This is known as an RS latch. A useful mnemonic for keeping track of what it does is that the S stands for “set” and the R stands for “reset”. Which is to say, that raising the S input will “set” the latch, and keep output Q be 1, while raising the R input will “reset” the latch and return the output to 0.

Its function table, if you’re into that kind of thing, is presented here:

R S Last Q Next Q
0 0 0 0
0 0 1 1
0 1 1 1
0 1 0 1
1 0 0 0
1 0 1 0
1 1 1 Invalid
1 1 0 Invalid

What’s this “invalid” stuff? Well, setting both R and S high makes both of the nor gates output a 0, which if you trace the diagram will cause crazy behavior in our output Q, and break the semantic model we have of what it means to “set” or “reset” this thing.

The function table is kind of gnarly, so we can also write it like the following, which helps to convey the semantics of what we’re trying to accomplish:

0 0 No Change
0 1 0
1 1 Invalid
1 0 1

where “No Change” obviously indicates Next Q = Last Q.

The RS machine is our first exposure to latches: machines which hold some kind of “state” depending on what has happened in the past. In this case, RS remembers which of R or S was most recently high. As such, we can think of it as having a some memory. Indeed, the RS latch stores one bit of information for us.

Unfortunately, the RS latch is finicky. Whenever you see an Invalid set of inputs, you should become very worried, because of Murphy’s law: despite your best efforts, something will cause the illegal combination of inputs, and the rest of our machine will explode – either logically, or in some cases of real electronics, physically.

What we’d really like to do is to provide some sort of “interface” to the RS latch, which guarantees that R and S can’t possibly be high simultaneously. The only way to ensure that is if the input to R were somehow derived from the not of the input to S. But, if that were the case, we’d also want another wire anded against both of them, to prevent the latch from toggling indefinitely.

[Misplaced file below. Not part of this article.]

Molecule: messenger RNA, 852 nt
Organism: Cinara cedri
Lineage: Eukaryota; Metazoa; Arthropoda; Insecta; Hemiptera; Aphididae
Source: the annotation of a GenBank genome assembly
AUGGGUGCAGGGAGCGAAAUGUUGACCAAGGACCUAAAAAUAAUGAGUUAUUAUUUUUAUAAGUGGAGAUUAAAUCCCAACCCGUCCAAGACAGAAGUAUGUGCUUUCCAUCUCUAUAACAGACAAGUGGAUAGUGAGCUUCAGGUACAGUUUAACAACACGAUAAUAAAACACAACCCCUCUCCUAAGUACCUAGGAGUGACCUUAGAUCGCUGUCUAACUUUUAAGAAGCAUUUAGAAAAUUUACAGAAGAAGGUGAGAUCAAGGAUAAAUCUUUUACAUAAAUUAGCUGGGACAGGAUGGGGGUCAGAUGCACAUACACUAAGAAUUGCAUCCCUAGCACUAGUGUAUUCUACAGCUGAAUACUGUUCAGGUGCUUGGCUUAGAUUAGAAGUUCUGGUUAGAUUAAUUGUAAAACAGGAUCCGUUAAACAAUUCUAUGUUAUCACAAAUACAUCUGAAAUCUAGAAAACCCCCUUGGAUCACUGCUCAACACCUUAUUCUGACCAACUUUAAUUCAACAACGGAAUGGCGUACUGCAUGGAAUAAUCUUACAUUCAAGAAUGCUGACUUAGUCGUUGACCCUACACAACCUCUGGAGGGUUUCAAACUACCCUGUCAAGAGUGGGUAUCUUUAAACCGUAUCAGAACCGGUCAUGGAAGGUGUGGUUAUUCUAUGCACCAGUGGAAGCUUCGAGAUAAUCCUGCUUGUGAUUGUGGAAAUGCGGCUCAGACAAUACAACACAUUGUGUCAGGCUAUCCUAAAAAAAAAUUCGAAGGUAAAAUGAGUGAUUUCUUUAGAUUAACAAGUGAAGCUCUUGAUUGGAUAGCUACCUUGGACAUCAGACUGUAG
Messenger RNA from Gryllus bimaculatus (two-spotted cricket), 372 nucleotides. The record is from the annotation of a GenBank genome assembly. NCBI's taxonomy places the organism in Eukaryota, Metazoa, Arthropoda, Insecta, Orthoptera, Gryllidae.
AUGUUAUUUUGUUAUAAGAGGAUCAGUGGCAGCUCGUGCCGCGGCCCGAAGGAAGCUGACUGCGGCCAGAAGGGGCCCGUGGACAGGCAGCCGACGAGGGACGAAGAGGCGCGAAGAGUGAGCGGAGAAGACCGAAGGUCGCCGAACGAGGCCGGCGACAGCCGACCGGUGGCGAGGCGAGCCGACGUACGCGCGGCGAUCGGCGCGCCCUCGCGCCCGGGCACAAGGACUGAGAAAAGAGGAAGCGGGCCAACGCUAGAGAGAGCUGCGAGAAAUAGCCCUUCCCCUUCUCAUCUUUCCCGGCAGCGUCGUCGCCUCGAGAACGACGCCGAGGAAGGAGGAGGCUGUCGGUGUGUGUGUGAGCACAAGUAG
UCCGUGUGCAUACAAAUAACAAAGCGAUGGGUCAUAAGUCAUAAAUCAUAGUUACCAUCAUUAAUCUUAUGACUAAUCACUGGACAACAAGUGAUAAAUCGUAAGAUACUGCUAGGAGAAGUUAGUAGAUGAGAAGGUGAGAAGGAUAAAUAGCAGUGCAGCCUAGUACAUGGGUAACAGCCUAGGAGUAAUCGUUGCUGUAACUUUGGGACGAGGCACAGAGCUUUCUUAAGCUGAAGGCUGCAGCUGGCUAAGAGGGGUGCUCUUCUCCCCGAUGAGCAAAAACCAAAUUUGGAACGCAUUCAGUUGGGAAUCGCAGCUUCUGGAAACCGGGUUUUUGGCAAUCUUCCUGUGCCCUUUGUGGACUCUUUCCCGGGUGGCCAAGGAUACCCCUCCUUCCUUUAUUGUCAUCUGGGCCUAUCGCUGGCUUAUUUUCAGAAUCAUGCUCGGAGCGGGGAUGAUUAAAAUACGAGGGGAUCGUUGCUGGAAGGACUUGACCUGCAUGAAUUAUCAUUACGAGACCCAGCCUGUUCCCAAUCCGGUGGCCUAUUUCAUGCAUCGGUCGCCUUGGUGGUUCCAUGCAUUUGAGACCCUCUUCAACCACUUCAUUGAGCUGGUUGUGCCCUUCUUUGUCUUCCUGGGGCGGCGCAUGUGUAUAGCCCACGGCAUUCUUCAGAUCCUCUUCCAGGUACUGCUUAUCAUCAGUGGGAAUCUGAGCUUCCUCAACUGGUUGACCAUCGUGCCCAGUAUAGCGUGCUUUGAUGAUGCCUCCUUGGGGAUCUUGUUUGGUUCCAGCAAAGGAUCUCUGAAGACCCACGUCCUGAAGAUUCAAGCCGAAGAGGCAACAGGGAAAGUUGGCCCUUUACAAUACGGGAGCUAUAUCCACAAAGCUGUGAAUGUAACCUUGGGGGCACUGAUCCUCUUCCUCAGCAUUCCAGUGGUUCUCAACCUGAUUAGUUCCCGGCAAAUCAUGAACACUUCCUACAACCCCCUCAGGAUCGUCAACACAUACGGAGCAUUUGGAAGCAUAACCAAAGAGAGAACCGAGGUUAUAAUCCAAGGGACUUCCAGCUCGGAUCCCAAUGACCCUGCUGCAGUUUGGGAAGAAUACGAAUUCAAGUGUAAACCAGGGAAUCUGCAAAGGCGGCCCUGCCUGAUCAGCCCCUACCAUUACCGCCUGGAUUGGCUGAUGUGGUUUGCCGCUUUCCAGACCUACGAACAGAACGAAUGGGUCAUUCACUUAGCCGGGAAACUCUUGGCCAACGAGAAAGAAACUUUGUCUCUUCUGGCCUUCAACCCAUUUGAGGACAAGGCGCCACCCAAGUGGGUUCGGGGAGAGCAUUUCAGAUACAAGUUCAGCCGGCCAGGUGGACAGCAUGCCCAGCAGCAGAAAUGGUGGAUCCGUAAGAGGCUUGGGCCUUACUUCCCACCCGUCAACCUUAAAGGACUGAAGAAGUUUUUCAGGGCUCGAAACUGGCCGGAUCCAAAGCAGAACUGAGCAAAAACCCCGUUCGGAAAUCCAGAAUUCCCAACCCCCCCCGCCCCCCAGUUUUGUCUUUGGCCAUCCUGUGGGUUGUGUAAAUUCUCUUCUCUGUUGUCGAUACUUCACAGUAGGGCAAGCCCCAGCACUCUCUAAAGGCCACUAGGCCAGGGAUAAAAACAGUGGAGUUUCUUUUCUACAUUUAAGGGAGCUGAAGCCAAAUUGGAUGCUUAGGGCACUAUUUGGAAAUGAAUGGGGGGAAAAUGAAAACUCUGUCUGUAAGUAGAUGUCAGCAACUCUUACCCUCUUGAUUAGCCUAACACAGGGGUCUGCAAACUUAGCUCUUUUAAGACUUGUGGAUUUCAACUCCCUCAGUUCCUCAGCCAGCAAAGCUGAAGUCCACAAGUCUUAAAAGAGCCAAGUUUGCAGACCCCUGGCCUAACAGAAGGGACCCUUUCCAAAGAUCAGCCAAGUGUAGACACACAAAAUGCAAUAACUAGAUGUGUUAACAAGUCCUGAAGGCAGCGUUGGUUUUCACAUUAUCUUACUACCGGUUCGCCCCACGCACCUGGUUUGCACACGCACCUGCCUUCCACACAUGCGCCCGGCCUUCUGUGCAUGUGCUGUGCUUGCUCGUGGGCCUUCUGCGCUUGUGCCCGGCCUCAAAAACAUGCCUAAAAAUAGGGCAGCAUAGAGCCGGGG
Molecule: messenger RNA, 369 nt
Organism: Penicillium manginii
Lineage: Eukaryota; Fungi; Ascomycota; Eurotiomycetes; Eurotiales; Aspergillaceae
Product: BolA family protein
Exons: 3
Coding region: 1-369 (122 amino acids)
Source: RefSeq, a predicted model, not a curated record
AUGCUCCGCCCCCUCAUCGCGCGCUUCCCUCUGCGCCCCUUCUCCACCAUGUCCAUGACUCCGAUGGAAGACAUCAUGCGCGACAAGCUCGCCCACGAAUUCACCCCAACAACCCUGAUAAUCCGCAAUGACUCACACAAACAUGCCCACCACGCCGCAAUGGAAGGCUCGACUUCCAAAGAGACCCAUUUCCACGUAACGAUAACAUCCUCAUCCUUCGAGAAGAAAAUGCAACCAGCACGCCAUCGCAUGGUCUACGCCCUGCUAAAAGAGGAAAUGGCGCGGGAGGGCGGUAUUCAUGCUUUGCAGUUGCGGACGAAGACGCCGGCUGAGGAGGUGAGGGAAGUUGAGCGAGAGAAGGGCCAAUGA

The Snap machine is exactly this interface we desire. As you might expect from the name, Snap takes a snapshot of V (“value”) whenever S (“set”) is high. Behind the scenes, Snap is nothing more than a fancy RS latch, but now we’ve guaranteed that we can’t possibly toggle the illegal input condition on the latch. Our semantic function table for Snap looks like this:

0 No Change
1 V

Of course, being able to store a single bit isn’t particularly useful. Thankfully, as usual, multiwires give us a convenient way of “lifting” single-wire machines to multi-wire machines. Thus, we present Snap*, a polymorphic snapshot machine capable of taking a snapshot of an entire multiwire at once:

It’s worthwhile to stop and think about how far we’ve come, and exactly how many little details are hiding away inside of this simple diagram for Snap*. The multiwire makes n copies of the internal Snap, which itself contains two machines. We’ve managed to pack an incredible amount of machinery into this one diagram, and the functionality of it is no longer anywhere close to being “trivial”. We really and truly have designed something worthwhile here, both in terms of Snap* and in terms of the abstraction tools we’ve built in order to actually describe it.

Something that might further pique your intrigue is that we are nowhere near the limit of the abstraction tools we’ll have built by the end of this book. We’re still just getting started.

In the next chapter, we’ll build big blocks of these Snap* machines, capable of storing many different nybbles simultaneously. We’ll further design machinery to read and write from any particular cell in this snapshot block, at which point we’ll have a working memory component for our computer.